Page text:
Comalco subsequently approached the then National Parks and Wildlife Service (PWS) in 1986 and again following the rezoning of the site to Major Industrial Zone under the Planning Scheme with the intent to revoke the conservation status. This is yet to occur.
The State Forest area for the solid waste disposal area is an Informal Reserve. Informal Reserves are areas on State Forest, other than a Forest Reserve, that are managed as a protection zone under the Management Decision Classification System. An informal reserve can also be an administrative reserve on public land that is managed to protect CAR values.
In my opinion the circumstances regarding this matter should be subject to a comprehensive independent investigation such as that being carried out by ICAC in NSW in respect of the Obeid case. Tasmania’s Integrity Commission has neither the power nor the willing to carry out such an investigation. I also consider that all the permits relating to the pulp mill should be extinguished and the land returned to the public for community benefit.
Finally, I have been advised that DPIPWE is working on a routine disclosure register that would include copies of RTI Assessed Disclosures, where there is no legal impediment to publication of the information. However, until that is up and running Tim Eldridge of DPIPWE has advised me that he would be happy to provide any other interested parties with a copy of the information released to me.
His email address is:
RTI decision dated 26 October 2012
List Map and Land Value
Terms of Covenant – Pecks Hill Patersonia (Ben Lomond)
CPR8237 – Pecks Hill Patersonia (Ben Lomond)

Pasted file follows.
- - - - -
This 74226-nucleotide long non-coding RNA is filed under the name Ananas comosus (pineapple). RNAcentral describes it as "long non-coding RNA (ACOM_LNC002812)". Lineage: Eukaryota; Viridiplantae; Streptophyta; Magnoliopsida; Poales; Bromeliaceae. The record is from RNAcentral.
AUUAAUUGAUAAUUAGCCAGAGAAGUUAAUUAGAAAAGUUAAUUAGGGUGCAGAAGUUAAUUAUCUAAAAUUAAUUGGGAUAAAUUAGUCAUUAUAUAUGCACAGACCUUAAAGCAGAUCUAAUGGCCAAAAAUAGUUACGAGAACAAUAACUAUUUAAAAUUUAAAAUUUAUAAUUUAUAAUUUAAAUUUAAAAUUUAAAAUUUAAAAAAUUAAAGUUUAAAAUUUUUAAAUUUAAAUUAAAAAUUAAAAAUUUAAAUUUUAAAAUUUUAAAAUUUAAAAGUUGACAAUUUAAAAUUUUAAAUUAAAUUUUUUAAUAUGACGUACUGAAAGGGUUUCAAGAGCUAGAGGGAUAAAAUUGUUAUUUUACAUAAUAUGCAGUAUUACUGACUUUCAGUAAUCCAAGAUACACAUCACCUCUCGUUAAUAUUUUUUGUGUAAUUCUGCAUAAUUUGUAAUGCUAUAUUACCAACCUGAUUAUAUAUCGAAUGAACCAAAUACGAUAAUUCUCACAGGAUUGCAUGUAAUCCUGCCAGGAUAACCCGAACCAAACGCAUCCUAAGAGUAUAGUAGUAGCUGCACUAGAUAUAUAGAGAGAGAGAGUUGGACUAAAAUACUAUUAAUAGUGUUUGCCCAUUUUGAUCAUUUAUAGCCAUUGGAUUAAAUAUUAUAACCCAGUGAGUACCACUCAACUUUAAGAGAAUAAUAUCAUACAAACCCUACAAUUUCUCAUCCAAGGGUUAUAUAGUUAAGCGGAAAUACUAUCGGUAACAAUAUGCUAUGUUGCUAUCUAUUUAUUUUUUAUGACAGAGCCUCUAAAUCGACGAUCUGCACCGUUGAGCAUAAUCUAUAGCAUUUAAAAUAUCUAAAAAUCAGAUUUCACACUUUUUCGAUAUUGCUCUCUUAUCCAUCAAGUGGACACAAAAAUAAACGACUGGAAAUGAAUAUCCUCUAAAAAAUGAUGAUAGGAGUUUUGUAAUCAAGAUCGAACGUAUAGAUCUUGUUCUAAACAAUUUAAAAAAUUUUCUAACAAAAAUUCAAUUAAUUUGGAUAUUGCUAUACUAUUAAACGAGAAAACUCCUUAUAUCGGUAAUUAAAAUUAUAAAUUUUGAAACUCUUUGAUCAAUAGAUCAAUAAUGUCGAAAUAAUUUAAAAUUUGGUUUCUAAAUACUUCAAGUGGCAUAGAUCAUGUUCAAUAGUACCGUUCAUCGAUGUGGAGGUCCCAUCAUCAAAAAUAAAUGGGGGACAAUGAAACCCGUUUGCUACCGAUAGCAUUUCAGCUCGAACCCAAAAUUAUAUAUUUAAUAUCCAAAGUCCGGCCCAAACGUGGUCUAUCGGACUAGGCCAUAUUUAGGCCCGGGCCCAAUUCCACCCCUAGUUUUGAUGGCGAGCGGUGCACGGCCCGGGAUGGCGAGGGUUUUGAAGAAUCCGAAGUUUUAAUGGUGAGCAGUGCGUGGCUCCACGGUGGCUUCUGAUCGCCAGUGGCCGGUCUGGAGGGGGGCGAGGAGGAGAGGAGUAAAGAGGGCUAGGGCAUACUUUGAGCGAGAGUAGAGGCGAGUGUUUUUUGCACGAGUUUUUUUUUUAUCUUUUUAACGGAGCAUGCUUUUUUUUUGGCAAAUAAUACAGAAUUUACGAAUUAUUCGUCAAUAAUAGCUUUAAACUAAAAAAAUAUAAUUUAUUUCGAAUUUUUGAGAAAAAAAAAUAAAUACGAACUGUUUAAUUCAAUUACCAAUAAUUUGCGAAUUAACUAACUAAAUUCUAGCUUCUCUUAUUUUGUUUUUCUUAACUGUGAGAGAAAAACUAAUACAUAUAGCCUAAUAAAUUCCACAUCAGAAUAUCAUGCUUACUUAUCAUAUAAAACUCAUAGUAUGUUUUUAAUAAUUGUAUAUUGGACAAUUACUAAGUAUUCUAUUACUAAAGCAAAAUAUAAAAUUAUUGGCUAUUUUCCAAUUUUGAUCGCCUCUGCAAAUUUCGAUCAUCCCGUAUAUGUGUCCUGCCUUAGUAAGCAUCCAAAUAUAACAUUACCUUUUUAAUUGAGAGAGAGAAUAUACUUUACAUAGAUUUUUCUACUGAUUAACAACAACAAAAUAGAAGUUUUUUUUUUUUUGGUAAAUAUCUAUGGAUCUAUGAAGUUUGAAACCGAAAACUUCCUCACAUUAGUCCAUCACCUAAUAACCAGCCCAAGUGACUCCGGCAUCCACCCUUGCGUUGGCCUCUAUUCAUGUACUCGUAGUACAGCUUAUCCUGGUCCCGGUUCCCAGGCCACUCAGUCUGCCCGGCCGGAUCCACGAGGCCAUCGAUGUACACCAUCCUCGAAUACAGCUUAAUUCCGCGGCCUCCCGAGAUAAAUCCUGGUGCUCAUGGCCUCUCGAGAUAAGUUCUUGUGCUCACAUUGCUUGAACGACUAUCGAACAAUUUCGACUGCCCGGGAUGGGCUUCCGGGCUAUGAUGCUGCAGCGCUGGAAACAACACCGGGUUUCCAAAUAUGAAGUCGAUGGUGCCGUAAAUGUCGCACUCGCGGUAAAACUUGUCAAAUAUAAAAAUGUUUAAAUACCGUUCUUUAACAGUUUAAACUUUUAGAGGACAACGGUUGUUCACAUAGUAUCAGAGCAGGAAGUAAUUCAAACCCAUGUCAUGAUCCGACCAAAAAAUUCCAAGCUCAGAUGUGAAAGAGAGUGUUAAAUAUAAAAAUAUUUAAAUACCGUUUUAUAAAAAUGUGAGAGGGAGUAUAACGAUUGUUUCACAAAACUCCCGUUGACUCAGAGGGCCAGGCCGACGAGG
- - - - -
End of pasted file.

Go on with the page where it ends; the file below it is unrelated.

Terms of Covenant – Pulp Mill Site
CPR8623 – Pulp Mill Site
Since compiling this article the http://www.gunnspulpmill.com.au website and all associated links have been removed from the public domain. Hopefully the permits will soon also end up being extinguished.
However, full details of the Federal assessment under the EPBC Act, including Gunns’ Referral can be found here:
Malcolm Mars is a Chartered Quantity Surveyor who lives in Taroona
• ABC Online: Gunns creditors unlikely to recover debts
A report by the administrators of collapsed Tasmanian timber company Gunns says unsecured creditors are unlikely to recover their debts.
PPB Advisory’s report says it is also unlikely banks will recover the $440 million owed to them by the failed company.
The report was released to creditors on Monday afternoon.
It says the downturn in the woodchip industry contributed to Gunns’ collapse in September.
But PPB Advisory notes the company was insolvent for at least four days before it was appointed and may have had solvency problems six months before the collapse.
The administrators are yet to decide exactly when the company became insolvent and say more investigation is needed.
But they say they have found three instances where funds from plantation growers or other companies may have been used to keep Gunns running.
• Ed: For years TT 2011 Tasmanian of the Year John Lawrence ( TT Archive here ), ( John Lawrence blog, Tasfintalk, here ) warned of the pending MIS and Gunns Ltd disaster. Then there were Jarvis Cocker’s extensive analyses, going back to 2006, TT HERE. Then there was The definitive Richard Flanagan article, Gunns Out of Control, published in 2009, HERE
Few listened ...